CHICAGO — The Supreme Court has overturned Roe v. Wade, ending decades of abortion protections in the United States.
But Chicago and Illinois officials have vowed to protect reproductive health care locally and turn the city into a “haven” where people from out of state can travel for safe abortions.
Here’s what the ruling means for Chicago and Illinois:
Chicagoans, Illinoians Can Still Get Abortions
Abortions are still protected in Chicago and throughout Illinois, and Illinois’ Reproductive Health Act requires private insurance to cover abortion services.
It wasn’t always that way. Illinois previously had a “trigger law” that would have kicked in and made abortions illegal if Roe v. Wade was overturned.
The trigger law was eliminated in November 2017 under then-Gov. Bruce Rauner.
Then, in 2019, lawmakers signed off on a law to protect reproductive health care — including abortions — throughout the state. That law is in effect.
And officials have said they will protect that law and find ways to expand reproductive health care.
Reproductive Care Will Be Protected For The Future, Officials Vow
Lightfoot and Pritzker have repeatedly vowed to protect reproductive care and fight any attempts to restrict or ban abortions in Chicago and Illinois.
Pritzker — running for re-election this November — has said Illinois will remain a pro-choice state so long as he is governor.
“Let me make this explicit and clear to women throughout our state, the Midwest, and our nation: Illinois will be a safe haven for the exercise of your reproductive rights,” Pritzker said in a Friday speech. “In Illinois, Roe v. Wade is still the law, and it will remain the law as long as we have a pro-choice legislature and a pro-choice governor.
“Here, we trust you to make your own decisions about your reproductive health. We will defend your right to bodily autonomy.”
Pritzker said he’ll call for a special session of the General Assembly so representatives can take action to further protect reproductive health care.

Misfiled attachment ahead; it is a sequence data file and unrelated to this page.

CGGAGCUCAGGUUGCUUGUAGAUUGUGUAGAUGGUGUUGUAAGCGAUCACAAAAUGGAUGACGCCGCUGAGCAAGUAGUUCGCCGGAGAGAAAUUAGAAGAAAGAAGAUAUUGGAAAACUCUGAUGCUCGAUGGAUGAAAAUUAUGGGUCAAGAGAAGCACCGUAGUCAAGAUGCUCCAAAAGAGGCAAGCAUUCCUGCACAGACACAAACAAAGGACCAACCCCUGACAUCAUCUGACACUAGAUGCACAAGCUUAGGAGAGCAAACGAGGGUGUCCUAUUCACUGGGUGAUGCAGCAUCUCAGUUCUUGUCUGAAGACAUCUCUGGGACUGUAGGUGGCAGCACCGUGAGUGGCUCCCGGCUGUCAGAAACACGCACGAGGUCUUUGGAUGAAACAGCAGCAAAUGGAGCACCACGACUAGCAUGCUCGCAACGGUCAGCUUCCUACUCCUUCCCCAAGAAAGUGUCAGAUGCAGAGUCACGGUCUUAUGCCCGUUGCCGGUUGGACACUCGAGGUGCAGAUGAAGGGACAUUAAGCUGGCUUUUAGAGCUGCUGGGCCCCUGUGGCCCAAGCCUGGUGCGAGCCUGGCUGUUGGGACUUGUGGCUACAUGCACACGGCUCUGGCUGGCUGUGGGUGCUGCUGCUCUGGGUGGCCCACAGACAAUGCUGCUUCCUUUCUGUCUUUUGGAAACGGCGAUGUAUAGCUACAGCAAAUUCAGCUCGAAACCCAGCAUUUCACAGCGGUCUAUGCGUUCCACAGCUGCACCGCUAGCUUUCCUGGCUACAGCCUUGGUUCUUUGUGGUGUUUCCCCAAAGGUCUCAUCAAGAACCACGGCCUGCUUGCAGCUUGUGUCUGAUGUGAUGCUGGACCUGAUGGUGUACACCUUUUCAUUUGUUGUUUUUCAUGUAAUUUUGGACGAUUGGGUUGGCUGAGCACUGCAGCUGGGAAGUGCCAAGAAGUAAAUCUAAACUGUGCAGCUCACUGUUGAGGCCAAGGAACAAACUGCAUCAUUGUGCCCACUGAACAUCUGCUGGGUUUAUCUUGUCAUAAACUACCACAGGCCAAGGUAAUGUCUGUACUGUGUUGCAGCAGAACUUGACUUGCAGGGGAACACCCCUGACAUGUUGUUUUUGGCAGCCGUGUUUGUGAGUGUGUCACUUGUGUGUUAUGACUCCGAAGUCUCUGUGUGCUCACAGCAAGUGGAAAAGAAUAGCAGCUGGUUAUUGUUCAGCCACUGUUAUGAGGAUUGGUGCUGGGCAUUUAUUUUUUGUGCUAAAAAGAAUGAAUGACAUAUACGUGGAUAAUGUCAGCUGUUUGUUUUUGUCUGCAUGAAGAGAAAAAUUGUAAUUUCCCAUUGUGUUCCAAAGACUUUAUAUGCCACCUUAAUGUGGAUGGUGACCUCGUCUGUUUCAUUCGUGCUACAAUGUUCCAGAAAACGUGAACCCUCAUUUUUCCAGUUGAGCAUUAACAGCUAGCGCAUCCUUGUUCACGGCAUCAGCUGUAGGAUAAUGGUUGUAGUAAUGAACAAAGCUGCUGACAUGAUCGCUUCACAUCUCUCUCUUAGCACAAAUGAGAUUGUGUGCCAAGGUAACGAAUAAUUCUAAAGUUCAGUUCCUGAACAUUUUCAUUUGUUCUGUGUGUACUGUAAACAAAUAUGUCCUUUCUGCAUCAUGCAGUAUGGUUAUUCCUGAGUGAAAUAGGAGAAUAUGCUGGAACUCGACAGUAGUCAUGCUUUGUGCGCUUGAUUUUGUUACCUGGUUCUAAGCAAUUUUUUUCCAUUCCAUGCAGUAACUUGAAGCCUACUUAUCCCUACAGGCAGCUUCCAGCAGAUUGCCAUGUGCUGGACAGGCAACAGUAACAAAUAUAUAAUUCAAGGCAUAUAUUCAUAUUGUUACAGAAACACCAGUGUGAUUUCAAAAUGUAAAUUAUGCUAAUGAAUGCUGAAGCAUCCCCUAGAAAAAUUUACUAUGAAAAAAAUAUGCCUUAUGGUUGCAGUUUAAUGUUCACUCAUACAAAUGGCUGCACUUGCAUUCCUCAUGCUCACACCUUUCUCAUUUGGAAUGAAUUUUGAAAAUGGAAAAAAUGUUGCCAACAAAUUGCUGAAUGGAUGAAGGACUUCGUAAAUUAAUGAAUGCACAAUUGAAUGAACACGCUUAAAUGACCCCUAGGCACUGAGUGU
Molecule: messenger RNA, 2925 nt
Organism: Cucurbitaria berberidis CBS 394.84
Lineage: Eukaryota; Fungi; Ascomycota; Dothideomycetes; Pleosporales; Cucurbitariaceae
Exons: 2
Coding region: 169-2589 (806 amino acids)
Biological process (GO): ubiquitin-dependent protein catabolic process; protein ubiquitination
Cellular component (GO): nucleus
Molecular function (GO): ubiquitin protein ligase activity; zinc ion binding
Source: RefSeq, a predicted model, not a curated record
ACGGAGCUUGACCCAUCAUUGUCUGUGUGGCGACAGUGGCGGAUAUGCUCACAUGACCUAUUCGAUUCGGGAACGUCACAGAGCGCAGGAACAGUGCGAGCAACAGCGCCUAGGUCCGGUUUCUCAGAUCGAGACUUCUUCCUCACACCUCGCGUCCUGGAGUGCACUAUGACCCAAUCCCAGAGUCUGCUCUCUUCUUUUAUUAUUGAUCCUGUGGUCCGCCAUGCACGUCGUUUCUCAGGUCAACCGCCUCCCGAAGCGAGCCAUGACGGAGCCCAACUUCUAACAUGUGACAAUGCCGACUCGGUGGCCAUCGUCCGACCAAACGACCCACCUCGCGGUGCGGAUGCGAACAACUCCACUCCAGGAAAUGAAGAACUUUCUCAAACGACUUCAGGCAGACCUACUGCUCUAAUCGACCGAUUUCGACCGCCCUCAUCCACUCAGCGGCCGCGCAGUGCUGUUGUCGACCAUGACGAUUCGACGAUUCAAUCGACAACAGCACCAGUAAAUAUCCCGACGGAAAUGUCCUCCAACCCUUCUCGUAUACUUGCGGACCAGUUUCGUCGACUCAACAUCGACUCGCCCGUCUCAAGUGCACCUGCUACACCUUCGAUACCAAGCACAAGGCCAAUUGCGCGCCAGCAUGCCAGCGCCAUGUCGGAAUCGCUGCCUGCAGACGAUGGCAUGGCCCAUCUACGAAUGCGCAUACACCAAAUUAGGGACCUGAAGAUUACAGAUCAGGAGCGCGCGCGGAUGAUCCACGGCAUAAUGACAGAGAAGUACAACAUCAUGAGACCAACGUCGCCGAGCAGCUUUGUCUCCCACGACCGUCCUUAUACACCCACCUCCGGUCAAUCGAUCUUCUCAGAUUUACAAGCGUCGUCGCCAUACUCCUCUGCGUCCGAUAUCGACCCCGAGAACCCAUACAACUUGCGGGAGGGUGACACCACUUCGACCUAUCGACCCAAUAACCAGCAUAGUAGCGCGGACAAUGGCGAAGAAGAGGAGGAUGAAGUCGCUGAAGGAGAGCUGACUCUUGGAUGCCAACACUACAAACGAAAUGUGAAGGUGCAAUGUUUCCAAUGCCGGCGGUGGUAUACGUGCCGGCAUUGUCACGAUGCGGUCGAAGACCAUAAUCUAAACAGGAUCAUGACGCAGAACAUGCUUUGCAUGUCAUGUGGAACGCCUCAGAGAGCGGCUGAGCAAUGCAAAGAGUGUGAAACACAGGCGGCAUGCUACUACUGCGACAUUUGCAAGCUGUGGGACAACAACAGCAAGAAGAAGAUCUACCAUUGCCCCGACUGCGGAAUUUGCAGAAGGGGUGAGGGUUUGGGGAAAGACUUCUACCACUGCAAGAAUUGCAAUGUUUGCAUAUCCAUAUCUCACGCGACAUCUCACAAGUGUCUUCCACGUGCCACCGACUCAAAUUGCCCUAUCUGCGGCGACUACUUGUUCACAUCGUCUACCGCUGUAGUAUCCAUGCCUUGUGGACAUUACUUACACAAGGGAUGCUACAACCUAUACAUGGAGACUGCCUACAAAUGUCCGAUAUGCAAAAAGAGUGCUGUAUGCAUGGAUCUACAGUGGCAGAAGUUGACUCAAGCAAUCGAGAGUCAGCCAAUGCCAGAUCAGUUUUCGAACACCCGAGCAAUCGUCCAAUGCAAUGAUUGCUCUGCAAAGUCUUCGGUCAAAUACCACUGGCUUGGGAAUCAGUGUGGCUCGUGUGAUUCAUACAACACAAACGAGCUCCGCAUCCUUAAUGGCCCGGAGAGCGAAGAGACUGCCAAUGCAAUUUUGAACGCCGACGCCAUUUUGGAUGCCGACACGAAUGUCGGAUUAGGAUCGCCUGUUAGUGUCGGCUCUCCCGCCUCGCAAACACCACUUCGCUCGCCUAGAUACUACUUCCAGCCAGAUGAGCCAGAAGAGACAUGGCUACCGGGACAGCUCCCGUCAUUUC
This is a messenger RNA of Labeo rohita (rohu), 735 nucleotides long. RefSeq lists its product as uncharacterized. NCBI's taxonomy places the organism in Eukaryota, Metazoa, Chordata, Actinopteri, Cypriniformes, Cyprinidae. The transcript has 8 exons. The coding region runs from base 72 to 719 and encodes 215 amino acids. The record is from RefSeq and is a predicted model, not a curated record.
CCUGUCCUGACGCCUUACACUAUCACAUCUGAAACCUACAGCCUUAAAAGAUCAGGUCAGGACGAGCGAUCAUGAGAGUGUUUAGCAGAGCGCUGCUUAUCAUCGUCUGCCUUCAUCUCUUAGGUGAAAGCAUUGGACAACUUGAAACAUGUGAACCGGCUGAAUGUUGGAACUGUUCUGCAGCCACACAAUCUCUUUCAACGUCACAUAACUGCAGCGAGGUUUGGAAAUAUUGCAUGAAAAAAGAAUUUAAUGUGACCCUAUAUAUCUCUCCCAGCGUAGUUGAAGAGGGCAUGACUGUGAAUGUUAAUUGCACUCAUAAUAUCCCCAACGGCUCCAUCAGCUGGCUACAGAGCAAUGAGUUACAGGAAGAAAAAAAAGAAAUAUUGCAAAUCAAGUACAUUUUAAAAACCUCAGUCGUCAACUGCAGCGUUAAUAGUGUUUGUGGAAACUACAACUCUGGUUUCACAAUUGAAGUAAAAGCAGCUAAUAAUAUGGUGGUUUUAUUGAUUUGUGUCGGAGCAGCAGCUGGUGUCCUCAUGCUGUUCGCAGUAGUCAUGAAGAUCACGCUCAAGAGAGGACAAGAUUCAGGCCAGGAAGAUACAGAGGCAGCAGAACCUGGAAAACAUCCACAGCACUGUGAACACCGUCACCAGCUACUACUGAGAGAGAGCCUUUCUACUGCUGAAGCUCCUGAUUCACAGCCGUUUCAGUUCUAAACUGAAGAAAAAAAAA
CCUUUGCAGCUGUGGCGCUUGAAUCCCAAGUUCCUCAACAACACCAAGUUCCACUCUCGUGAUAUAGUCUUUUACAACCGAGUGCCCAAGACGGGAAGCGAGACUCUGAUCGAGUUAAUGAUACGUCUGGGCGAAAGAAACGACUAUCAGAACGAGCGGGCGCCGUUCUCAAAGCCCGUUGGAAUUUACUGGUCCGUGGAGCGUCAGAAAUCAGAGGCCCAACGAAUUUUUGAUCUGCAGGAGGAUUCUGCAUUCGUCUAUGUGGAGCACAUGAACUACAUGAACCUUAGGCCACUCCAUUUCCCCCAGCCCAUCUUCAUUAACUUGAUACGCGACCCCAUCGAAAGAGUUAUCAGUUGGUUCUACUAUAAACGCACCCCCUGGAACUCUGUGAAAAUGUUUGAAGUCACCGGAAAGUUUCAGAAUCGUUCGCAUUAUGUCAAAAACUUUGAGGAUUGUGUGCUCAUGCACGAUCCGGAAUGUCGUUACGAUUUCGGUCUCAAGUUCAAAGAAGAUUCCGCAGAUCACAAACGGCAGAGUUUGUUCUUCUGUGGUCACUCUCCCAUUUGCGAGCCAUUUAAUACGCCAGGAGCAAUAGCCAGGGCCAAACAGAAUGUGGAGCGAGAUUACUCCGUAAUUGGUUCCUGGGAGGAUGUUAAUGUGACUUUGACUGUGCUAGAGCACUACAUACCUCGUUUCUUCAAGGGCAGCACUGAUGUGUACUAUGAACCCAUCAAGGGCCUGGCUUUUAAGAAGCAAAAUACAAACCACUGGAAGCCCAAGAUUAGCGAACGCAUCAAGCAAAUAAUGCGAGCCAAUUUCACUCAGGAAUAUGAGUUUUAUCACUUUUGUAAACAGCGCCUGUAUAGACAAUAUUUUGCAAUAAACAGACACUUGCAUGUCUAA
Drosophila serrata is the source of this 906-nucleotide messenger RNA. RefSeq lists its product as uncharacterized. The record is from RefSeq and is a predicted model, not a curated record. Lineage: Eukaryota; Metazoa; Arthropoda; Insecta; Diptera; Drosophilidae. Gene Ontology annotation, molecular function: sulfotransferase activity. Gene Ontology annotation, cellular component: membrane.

And Lightfoot has said she is devastated by the Supreme Court’s decision, but she will fight to defend abortion protections in Chicago and to help out-of-staters.
“As part of Chicago’s Justice for All pledge, we promise that here in Chicago, we will continue to fight to protect the right to choose — no matter what the Supreme Court says or what other surrounding states do,” Lightfoot said in a statement Friday. “We cannot and will not let this setback be a lasting defeat.”
With Elections Coming, Could Abortion Protections Be Rolled Back?
Illinoisans will head to ballot boxes Nov. 8 to decide on a governor and legislators to lead the state, as well as on several federal representatives of Illinois.
Pritzker, the current governor and Democratic nominee, has vowed to expand and protect abortion access. Republicans have not yet selected their nominee — the primary is set for June 28, though early and mail-in voting has begun — from a field of six candidates.
Republican gubernatorial candidates Darren Bailey and Jesse Sullivan have said they’d roll back some of Illinois’ abortion protections. Another prominent candidate, Richard Irvin, has largely sidestepped questions about the issue, though he and another candidate, Gary Rabine, have described themselves as “pro-life.”
It’s unlikely Republicans will be able to take enough seats in the state Legislature to roll back laws that protect abortion and reproductive health care.
More Out-Of-Staters Expected To Come To Chicago, Illinois For Abortions
Local reproductive health care providers have said they expect to see a surge in patients coming to them from outside Illinois as other states ban and heavily restriction abortions.
Local providers, like Planned Parenthood Illinois, had already been spread thin in recent years as nearby states clamped down on reproductive health care and more people had to travel to Illinois for care.
Now, Planned Parenthood Illinois could see double to five times as many out-of-state patients coming to Illinois for abortion care, its president has said. Many states around Illinois are expected to immediately or quickly ban or heavily restrict abortion access, leaving millions in the Midwest in “abortion deserts” where they can’t get care.
Health care providers have said they need long-term support to deal with locals who need care and out-of-state patients. Officials have expressed concern that people in other states who can’t come here for that care could die, be injured, go without care or be forced to carry a pregnancy.
“Illinois is such a critical state in our region. It’s dire — people are going to be forced to remain pregnant,” Megan Jeyifo, executive director of the Chicago Abortion Fund, previously said.
Chicago has created a $500,000 fund to help people — including out-of-staters — access safe abortions and reproductive health care in the city.
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